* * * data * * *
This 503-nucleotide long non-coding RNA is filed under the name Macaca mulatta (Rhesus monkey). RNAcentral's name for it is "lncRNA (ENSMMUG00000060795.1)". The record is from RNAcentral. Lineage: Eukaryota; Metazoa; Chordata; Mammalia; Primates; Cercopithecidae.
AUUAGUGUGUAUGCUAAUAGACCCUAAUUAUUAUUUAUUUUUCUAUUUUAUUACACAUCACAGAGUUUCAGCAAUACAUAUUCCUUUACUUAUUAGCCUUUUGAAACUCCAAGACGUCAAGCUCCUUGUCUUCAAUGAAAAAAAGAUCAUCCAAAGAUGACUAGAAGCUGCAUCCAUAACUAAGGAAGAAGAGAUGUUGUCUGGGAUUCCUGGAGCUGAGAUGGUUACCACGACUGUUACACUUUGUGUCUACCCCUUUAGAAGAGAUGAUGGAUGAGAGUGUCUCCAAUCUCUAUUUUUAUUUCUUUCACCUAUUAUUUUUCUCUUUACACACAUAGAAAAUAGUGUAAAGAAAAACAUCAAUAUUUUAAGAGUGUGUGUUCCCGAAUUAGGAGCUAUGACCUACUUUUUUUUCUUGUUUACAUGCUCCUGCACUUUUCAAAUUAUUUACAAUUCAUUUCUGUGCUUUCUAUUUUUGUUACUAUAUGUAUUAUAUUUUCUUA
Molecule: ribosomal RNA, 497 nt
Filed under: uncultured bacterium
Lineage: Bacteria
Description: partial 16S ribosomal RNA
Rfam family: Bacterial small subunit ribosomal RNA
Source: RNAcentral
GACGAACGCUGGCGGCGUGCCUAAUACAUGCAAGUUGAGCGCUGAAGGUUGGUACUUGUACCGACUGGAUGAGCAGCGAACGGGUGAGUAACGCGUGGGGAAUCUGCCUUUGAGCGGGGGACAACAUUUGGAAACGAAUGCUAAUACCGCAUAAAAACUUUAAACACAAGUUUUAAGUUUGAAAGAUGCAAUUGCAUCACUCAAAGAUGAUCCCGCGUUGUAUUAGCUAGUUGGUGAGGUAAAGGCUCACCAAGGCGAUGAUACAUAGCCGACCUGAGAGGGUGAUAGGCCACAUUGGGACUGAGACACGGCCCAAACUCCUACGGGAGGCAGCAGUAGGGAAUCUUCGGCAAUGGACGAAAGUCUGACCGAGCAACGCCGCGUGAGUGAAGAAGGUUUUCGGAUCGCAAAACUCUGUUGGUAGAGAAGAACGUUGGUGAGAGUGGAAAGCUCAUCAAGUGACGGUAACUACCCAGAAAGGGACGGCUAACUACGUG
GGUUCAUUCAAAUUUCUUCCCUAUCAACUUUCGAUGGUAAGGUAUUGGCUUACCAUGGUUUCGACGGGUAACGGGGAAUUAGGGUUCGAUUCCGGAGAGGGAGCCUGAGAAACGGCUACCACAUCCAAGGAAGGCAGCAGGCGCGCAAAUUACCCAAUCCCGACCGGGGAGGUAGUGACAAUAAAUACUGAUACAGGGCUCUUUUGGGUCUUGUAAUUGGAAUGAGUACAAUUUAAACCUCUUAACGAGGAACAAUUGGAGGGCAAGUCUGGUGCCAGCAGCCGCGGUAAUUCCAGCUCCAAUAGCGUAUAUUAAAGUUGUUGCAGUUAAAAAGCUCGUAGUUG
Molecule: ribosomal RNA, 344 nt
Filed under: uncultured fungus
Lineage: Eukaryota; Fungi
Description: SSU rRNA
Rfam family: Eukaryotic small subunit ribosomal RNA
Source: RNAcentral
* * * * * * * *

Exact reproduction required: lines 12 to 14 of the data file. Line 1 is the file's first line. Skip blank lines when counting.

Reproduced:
Filed under: uncultured fungus
Lineage: Eukaryota; Fungi
Description: SSU rRNA